Carbon tax profile for Virginia (Zahra Radjavi 2005)

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Fossil fuel CO2 emissions in millions of metric tons [1]
In millions of short tons [2]
Population in millions [3]
Per capita CO2 emissions in short tons

Per capita emissions in Virginia in 2005 were considerably lower than the U.S. average, which was 21.4 short tons per capita [4]. Virginia's two nuclear power plants account for about a third of the State’s power generation, and natural gas- and petroleum-fired power plants account for much of the rest. [5]

A carbon tax of $30 per short ton of CO2 (about $0.30 per gallon of gasoline, or about $0.03 per kWh of coal-fired power) would have raised about $4.27 billion in 2005 (about $566 per person) in emissions, and assuming a 20% reduction a $30 carbon tax per short ton of CO2 would have raised about $3.42 billion in 2005 (about $453 per person) in emissions.

For comparison purposes, in 2005 state taxes generated about $13.6 billion. State income taxes generated about $8.35 billion (57% of state taxes), sales taxes generated about $3.1 billion (21% of states taxes), and corporate incomes taxes of $616 million (4% of state taxes). There is no state real estate tax, personal property tax and utility tax, as they are considered local taxes and are administered separately by the state’s cities, counties and towns. So a carbon tax of $30 per short ton of CO2 could (assuming a 20% reduction in emissions) have replaced the state portion of the sales tax and corporate income tax or could have replaced 41% of the state income tax.

Power generation alone emits nearly 30 percent of greenhouse gas emissions from all energy sources in Virginia. However, historically, Virginia has been a net importer of electricity and this position is likely to continue into the future. In 2005, 30 percent of the total power consumed in the state was imported. [7]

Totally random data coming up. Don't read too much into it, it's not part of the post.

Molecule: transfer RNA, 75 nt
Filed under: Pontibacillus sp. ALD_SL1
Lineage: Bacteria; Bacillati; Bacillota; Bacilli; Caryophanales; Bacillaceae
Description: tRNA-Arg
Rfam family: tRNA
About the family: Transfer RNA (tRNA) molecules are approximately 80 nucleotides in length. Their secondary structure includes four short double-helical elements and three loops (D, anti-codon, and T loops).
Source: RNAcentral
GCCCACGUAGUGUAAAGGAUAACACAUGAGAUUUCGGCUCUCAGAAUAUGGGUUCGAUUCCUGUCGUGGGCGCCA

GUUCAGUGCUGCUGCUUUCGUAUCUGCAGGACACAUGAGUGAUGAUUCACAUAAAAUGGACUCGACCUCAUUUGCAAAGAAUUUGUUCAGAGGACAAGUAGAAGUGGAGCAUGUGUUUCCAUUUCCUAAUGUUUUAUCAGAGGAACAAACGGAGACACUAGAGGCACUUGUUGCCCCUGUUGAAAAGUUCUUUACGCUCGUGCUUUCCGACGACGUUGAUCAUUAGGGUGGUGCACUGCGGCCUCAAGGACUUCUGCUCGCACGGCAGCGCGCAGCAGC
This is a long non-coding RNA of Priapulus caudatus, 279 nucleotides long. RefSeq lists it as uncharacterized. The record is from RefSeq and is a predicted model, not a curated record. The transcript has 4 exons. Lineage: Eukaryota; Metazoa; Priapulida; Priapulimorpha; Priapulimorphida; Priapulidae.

Virginia’s carbon dioxide emissions from fossil fuel consumption has increased by 35 percent between 1990 and 2005. Over this time, emissions from electricity generation increased by about 80 percent, faster than emissions growth in other areas. Most utilities rely heavily on fossil fuels. Electric power generated in Virginia primary comes from coal (about 40%), and nuclear (about 35%). Growth in natural gas emissions has been much faster than growth in coal. Transportation was the largest source of carbon dioxide emissions from fossil fuel consumption – responsible for 43.7 percent of the state’s emissions in 2007. The increasing trends of CO2 emissions in the State of Virginia is characterized by the increase in demand for energy by power and transportation sectors. [1]

Virginia has recently developed a comprehensive energy plan for the state. The Virginia Energy Plan was prepared pursuant to legislation that was enacted in 2006, and covers all aspects of energy production and consumption in Virginia. The plan identifies four overall goals, including a goal to reduce greenhouse gas emissions by 30 percent by 2025. This will require a reduction of 69 million metric tons of carbon dioxide equivalent (MMte) CO2, reducing Virginia emissions to 161 MMte CO2. This is slightly below Virginia’s 2000 emission level of 163 MMte CO2. [7]

Trading carbon credits

Carbon reduction scheme

[1] EPA, “State CO2 Emissions from fossil fuel combustion, 1990-2007”, linked from

[2] Use Google to figure out how to convert metric tons to short tons.

[3] 2005 population from the U.S. Census Bureau, (You need to download a CSV file and open it in Microsoft Excel; you might have an easier time finding 2005 population figures from Google or elsewhere.) 1990 population from U.S. Census Bureau,

[4] U.S. population of 295.6 million in 2005 from U.S. Census Bureau, U.S. carbon emissions of 6.317 billion tons of CO2 from EPA,

[5] See state profiles from the EIA,

[6] The Virginia State figures come from:

[7] Virginia Department of Environmental Quality. The Governor's Commission on Climate Change, December 15, 2008,